Community Living Brant executive director Debbie Cavers (left) and director of community development and services Rishia Burke are excited about an Ontario Trillium Foundation grant that will help launch a new project called Belonging Brant. BRIAN THOMPSON/THE EXPOSITOR

A new Community Living Brant project aims to strengthen connections and friendships in people’s neighbourhoods.

Thanks to a $560,000 grant from the Ontario Trillium Foundation, a three-year project called Belonging Brant will launch soon.

“We believe that all of us have gifts to share, and each has a core gift we share with our family, friends and community,” said Debbie Cavers, executive director at Community Living Brant, which provides support and services to meet the developmental needs of people. “Through that core gift we give back to our neighbourhood and community.”

Cavers said the organization has been working for a number of years on asset-based community development, helping people they support take their gifts and share them with the community at large.

“We know isolation is a huge issue, not only for people who experience disabilities, but for everyone in our community,” Cavers noted. “We think the possibilities for decreasing isolation and the further development of a connected community through Belonging Brant are endless.”

Rishia Burke, director of community development and services at Community Living Brant, said that leadership training for group hosts will be conducted through a curriculum called Lead, provided by the Grand River Community Health Centre and the Community Legal Clinic – Brant, Haldimand, Norfolk.

“We’ve partnered with them, and they’ve made that a community-shared initiative,” Burke said. “The people we’re looking for to host a group are those natural community connectors who are willing to share their gift.”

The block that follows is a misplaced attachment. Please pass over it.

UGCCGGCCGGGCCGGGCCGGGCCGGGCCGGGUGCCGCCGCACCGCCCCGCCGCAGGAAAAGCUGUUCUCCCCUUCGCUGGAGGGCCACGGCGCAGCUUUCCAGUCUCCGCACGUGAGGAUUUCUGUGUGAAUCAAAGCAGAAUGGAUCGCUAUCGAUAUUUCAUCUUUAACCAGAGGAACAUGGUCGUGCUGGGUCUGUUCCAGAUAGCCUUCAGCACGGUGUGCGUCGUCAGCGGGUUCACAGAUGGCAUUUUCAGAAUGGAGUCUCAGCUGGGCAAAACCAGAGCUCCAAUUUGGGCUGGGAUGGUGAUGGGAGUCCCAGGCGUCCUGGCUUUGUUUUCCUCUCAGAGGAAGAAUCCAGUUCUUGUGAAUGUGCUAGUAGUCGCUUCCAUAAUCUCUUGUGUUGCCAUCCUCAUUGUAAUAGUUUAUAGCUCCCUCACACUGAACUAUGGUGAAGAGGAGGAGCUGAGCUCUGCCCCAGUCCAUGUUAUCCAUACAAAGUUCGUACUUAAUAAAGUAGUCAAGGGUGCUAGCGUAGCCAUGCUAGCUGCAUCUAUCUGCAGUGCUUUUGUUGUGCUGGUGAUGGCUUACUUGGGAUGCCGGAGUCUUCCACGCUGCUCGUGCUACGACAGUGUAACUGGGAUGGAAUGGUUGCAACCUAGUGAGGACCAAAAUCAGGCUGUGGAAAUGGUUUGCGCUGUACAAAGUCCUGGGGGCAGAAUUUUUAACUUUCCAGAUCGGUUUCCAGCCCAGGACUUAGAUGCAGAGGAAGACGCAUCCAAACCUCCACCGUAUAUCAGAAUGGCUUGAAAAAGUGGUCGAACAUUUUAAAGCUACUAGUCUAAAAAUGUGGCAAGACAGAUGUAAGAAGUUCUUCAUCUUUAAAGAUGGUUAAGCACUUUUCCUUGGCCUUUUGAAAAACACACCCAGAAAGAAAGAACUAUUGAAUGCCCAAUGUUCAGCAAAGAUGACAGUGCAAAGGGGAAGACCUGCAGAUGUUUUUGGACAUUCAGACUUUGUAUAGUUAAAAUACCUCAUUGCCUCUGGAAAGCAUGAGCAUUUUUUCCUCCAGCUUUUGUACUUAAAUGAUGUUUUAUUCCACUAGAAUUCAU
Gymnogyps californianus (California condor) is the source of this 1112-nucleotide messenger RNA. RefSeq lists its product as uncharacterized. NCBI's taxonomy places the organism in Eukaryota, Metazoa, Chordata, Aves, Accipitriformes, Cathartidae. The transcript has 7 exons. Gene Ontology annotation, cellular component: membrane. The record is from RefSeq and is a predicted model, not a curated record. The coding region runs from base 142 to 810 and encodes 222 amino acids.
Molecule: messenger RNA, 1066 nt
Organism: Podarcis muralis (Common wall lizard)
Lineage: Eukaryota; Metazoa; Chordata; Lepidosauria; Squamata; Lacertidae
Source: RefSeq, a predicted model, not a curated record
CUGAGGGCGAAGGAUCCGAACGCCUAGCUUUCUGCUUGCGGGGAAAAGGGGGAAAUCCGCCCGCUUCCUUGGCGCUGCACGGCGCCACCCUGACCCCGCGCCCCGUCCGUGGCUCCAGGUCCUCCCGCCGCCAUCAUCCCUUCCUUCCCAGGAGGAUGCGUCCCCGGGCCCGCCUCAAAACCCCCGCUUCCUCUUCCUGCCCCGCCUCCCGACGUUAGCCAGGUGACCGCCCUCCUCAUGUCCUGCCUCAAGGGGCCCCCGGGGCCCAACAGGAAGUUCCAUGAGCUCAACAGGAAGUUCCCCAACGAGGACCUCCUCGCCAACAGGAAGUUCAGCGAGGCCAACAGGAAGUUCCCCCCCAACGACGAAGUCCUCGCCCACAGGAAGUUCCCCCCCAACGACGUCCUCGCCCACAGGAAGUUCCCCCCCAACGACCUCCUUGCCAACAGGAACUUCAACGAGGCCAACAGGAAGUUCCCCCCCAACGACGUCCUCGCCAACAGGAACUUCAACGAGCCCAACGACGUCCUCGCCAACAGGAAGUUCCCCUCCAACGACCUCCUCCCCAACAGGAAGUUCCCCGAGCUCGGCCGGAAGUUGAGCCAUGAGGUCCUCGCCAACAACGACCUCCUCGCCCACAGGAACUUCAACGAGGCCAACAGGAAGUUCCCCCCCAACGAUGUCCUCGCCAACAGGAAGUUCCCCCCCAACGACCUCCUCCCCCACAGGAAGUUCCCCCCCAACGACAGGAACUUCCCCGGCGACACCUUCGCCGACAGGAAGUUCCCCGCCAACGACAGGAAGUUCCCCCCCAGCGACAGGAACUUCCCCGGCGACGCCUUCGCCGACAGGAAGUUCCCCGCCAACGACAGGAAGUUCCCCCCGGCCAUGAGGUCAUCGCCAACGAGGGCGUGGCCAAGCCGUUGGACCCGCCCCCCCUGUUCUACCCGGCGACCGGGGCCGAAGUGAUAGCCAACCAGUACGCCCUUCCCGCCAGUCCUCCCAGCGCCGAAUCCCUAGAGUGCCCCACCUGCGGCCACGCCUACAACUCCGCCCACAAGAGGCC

The goal is to create groups for people who share the same interests and passions, from topics ranging from walking to bird watching and from knitting to refurbishing furniture and even rebuilding neighbourhoods.

“The process brings people together through common passions,” Burke said. “The host creates a small network and community of belonging. That’s why it’s called Belonging Brant.”

Cavers observed that, historically, the thought was that creating something special for someone with a disability was the most helpful.

“But we know that it is through belonging to your community where you share your passion or gift, that’s where you create lifelong relationships that are built on shared interests. That does not happen in a segregated world,”she said.

Several community partners have come on board, including the Brantford Public Library, Brant Community Health Unit and Eagle Place and Holmedale neighbourhood associations.

Burke noted that as the project evolves, story telling will be captured through podcasts and videos enabling participants to share what they have learned about themselves, each other and their communities.

Belonging Brant is being modelled after a similar endeavour in Perth, Australia, called Befriend Inc. Its director, Nick Maisey, shared that organization’s model, survey results and evaluations so Community Living Brant staff could assess the potential for a similar effort in Brantford and Brant County.

Maisey, along with Brantford-Brant MPP Will Bouma and community partners will take part in a Zoom-E-bration on Thursday at 7 p.m. to introduce Belonging Brant.

“Nick is really supportive and will be joining us to share what they’ve been doing in Australia,” Cavers said. “He’s excited we’re doing this here.”

Anyone interested in taking part in the Zoom event Thursday night should register at to receive a meeting invitation.

“We are very excited about this partnership and what it might do for Brantford and the broader community,” Burke said.

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